Missouri’s Prior and Persistent Offender Law

Prior and persistent offender


While Missouri doesn’t have a three strikes law, it does harshly penalize prior and persistent offenders–those with prior felony convictions. Under Missouri law, prior felony convictions can be used to enhance your sentence under Prior, Persistent, and Dangerous offender Statute, RSMo Section  558.016. These sentencing enhancements harshly penalize those with a past criminal record. Accordingly, if you are facing new charges and already have a record, it is essential to hire a skilled St. Louis Criminal Defense Lawyer who can fight to minimize the consequences you face as a prior and persistent offender. St. Louis Criminal defense attorney Brian J. Cooke, has extensive experience navigating Missouri’s sentencing laws and will fight to obtain the lowest sentence possible.

What is the Legal Definition of a Prior and Persistent Offender in Missouri?

Under Missouri law a “prior offender” is defined as one who has been found guilty one felony. Being a prior offender generally does not increase the range of punishment. However, having a prior felony conviction prevents you from being eligible for jury sentencing after trial on any subsequent felony. Accordingly, if you are a prior offender, the judge will determine your sentence. This is significant because in many cases juries may be more lenient than judges in sentencing. Furthermore, because sentencing is left up to the judge, jurors will not be allowed to consider or even know the possible consequences to the defendant. TIn our experience, jurors are more likely to convict if they aren’t aware of the possible consequences to the defendant.

A “prior and persistent offender” is one who has been found guilty of two or more felonies at different times. This means that the felonies must have resulted from different acts on different occasions. The Statute requires the Court to sentence a person, who has been found to be a prior and persistent offender, and is found guilty of a class B, C, D, or E felony to the authorized term of imprisonment for the offense that is one class higher than the offense for which the person is found guilty. For example, if you are charged with Assault Second Degree, normally a class D felony, you would face a range of punishment of up to 7 years in prison. However, if you have two felony priors, you could be sentenced to the range of punishment for a class C felony, 3 to 10 years in prison.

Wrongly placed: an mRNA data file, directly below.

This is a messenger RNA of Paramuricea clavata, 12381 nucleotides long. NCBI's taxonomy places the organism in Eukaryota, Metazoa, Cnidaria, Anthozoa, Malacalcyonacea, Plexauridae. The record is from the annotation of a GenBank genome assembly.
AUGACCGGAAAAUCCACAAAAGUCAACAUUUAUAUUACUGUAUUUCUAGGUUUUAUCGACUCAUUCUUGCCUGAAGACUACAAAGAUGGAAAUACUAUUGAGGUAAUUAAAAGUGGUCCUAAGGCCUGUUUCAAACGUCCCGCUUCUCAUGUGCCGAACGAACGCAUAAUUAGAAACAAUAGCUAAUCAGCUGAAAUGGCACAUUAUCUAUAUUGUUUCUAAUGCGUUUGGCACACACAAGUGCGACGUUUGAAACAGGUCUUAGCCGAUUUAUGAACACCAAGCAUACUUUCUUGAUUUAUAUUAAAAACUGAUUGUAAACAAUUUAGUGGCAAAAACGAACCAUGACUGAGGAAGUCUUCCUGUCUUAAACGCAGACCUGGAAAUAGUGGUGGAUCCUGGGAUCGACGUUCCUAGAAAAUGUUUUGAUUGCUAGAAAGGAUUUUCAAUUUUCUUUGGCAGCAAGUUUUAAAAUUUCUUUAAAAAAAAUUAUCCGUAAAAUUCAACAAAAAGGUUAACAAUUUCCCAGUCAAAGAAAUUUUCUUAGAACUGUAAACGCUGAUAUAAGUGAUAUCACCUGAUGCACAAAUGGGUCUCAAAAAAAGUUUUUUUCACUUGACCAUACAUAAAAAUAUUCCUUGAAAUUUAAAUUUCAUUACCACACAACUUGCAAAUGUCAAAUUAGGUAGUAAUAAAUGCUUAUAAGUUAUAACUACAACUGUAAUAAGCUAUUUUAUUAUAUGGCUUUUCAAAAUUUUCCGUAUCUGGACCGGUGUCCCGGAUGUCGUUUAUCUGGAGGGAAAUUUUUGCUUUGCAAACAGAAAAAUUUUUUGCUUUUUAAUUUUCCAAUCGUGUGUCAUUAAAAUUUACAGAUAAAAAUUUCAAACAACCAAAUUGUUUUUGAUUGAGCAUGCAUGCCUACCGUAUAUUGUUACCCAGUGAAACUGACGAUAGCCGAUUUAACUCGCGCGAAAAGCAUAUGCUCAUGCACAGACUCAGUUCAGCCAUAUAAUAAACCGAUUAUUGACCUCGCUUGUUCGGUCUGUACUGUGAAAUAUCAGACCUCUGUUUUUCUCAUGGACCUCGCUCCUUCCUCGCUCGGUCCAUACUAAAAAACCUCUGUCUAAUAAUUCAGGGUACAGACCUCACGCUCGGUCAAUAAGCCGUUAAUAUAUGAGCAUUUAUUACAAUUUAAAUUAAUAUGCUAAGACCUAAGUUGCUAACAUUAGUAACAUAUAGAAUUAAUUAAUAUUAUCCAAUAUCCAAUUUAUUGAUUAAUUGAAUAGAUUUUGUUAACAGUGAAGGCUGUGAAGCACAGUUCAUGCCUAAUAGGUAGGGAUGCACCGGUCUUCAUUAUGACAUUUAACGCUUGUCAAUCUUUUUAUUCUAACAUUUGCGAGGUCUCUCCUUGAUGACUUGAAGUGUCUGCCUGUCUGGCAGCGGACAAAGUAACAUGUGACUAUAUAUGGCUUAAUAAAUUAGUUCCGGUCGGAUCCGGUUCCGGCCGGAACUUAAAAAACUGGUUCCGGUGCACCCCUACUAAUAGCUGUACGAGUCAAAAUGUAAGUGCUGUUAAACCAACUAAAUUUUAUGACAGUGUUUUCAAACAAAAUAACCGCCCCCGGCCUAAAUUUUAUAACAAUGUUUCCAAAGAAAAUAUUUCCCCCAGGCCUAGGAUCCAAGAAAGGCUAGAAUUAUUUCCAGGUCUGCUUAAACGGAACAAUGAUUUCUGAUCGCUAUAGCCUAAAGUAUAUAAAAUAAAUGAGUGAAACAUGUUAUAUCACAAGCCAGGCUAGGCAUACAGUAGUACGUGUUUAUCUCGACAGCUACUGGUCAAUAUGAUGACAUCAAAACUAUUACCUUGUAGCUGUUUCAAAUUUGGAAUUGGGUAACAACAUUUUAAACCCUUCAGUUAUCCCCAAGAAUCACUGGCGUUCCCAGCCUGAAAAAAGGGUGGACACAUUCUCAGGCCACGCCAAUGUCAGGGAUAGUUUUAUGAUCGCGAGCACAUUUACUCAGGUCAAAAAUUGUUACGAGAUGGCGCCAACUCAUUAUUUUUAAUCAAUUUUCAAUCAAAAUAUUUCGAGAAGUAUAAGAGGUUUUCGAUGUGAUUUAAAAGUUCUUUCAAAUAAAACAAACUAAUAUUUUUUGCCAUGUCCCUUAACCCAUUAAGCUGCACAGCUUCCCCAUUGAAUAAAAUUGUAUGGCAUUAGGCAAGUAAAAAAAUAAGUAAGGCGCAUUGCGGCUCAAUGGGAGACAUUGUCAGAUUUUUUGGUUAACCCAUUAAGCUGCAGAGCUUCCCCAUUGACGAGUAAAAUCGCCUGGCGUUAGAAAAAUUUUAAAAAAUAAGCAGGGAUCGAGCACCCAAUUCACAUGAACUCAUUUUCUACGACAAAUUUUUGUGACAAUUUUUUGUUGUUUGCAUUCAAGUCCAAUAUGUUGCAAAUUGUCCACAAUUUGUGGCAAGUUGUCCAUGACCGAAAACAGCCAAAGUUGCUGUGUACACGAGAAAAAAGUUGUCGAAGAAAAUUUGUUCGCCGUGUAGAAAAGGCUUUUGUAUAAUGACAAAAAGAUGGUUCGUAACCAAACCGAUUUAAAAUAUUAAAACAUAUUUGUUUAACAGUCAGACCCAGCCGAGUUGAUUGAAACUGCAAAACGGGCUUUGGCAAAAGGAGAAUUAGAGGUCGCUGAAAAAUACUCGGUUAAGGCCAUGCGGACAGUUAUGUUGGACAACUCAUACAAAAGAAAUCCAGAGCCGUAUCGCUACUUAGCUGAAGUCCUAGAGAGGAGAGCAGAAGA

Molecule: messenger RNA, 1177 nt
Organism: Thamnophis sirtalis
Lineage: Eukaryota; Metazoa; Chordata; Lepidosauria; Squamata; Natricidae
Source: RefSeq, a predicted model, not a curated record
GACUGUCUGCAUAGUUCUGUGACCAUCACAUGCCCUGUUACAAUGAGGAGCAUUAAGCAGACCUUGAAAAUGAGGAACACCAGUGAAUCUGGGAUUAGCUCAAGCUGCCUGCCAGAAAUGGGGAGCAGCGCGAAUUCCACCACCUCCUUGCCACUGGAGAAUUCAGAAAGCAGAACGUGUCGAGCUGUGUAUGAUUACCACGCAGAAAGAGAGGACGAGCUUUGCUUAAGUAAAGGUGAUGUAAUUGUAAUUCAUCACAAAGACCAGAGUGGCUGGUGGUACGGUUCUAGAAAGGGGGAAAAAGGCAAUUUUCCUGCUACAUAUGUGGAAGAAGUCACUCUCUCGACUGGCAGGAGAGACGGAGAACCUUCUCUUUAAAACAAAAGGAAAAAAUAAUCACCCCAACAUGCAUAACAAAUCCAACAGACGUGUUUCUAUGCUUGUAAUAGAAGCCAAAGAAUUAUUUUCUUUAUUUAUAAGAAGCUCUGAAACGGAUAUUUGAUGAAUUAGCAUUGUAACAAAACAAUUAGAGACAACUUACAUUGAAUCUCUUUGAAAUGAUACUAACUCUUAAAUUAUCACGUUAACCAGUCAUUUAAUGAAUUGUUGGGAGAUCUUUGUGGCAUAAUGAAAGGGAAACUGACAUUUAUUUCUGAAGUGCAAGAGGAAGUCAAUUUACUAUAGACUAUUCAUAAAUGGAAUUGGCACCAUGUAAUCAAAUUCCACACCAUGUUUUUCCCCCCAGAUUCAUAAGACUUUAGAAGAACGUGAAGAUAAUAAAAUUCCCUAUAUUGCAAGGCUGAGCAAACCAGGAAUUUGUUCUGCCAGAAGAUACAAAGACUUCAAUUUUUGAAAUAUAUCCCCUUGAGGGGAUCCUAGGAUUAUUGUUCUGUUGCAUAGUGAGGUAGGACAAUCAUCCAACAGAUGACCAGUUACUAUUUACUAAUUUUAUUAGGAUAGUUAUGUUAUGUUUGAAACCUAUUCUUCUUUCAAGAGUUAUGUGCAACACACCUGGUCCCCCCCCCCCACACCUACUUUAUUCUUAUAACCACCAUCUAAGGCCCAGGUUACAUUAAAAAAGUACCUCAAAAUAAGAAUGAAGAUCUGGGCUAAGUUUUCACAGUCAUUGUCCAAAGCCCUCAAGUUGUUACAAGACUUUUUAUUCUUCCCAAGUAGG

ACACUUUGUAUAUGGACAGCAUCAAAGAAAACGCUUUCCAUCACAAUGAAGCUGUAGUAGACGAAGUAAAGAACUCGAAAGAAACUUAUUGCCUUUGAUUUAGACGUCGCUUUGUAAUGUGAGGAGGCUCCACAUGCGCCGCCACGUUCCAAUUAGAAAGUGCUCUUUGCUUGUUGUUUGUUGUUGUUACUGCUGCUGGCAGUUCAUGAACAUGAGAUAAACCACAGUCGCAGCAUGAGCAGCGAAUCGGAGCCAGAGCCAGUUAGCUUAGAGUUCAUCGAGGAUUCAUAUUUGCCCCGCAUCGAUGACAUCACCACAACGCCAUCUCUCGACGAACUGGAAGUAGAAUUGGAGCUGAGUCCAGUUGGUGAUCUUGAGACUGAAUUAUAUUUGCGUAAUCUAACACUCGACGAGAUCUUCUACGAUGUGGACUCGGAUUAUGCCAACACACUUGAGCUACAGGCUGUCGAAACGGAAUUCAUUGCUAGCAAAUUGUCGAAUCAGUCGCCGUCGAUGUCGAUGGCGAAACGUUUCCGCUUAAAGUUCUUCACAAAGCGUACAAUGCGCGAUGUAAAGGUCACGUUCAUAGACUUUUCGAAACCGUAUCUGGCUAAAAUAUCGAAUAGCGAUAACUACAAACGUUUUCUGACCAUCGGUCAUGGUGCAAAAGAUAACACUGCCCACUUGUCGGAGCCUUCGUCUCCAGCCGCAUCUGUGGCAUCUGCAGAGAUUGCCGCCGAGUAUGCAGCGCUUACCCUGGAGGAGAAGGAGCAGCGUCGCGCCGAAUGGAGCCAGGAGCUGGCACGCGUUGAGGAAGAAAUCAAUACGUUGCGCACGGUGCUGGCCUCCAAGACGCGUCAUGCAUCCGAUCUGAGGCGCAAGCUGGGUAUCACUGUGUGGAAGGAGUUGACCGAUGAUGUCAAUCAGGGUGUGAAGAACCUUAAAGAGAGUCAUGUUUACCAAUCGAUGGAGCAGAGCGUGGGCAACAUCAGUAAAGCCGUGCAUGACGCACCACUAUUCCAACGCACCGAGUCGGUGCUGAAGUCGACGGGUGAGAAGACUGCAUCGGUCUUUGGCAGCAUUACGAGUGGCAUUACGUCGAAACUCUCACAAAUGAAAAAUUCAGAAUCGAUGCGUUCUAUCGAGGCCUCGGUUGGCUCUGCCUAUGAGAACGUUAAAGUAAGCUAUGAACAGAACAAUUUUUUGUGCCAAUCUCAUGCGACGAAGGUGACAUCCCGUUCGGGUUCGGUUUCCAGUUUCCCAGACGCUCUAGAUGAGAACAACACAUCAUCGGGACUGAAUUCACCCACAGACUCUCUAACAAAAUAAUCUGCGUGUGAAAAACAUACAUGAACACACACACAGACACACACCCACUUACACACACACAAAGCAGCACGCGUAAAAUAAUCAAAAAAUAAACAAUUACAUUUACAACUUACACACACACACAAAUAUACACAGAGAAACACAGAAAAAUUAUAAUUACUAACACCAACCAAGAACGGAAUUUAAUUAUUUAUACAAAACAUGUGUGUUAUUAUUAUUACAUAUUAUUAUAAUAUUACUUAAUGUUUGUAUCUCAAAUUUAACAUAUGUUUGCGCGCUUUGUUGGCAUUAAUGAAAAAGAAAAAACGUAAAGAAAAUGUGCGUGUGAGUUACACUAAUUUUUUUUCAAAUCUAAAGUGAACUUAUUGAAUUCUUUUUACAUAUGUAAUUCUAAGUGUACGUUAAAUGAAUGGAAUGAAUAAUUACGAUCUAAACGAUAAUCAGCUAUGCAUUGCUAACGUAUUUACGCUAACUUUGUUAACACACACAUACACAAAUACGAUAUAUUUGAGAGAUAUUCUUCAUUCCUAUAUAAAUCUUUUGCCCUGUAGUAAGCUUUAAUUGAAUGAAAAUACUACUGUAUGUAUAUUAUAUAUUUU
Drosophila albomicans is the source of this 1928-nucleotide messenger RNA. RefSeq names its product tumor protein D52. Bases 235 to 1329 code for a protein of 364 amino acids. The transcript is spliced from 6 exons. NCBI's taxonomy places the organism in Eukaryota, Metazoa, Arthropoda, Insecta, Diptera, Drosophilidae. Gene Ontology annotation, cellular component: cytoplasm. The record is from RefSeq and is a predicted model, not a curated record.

A “dangerous offender” is one  1) who is being sentenced for a felony during the commission of which he knowingly murdered or endangered or threatened the life of another person or knowingly inflicted or attempted or threatened to inflict serious physical injury on another person; and 2) has been found guilty of a class A or B felony or a dangerous felony. As with a prior and persistent offender, the Court is required to sentence the person to a felony that is one class of felony higher than the offense for which the person is found guilty.

Legal Defenses to Prior and Persistent Offender Status

The prior and persistent offender sentencing enhancements are not automatic. the prosecuting attorney must prove the prior felony convictions prior to the trial. This is generally done on the indictment or information and with certified copies of the prior convictions. The court will then review the evidence of prior convictions and determine whether or not the defendant is prior and persistent offender under Missouri law.The prior felony convictions must be from seperate incidents and must have occured prior to the comission of the current offense. The prior felony convictions can be from other states.

In many cases, it is possible to plea bargain the prior and persistent offender status down. For instance, as part of the plea agreement, the prosecutor will agree drop the prior and persistent offender status and allow the defendant to plead the normal range of punishment for which he or she is charged. If you or a loved one is facing a criminal charge as a prior and persistent offender, please do not hesitate to contact Brian J. Cooke today to discuss your options.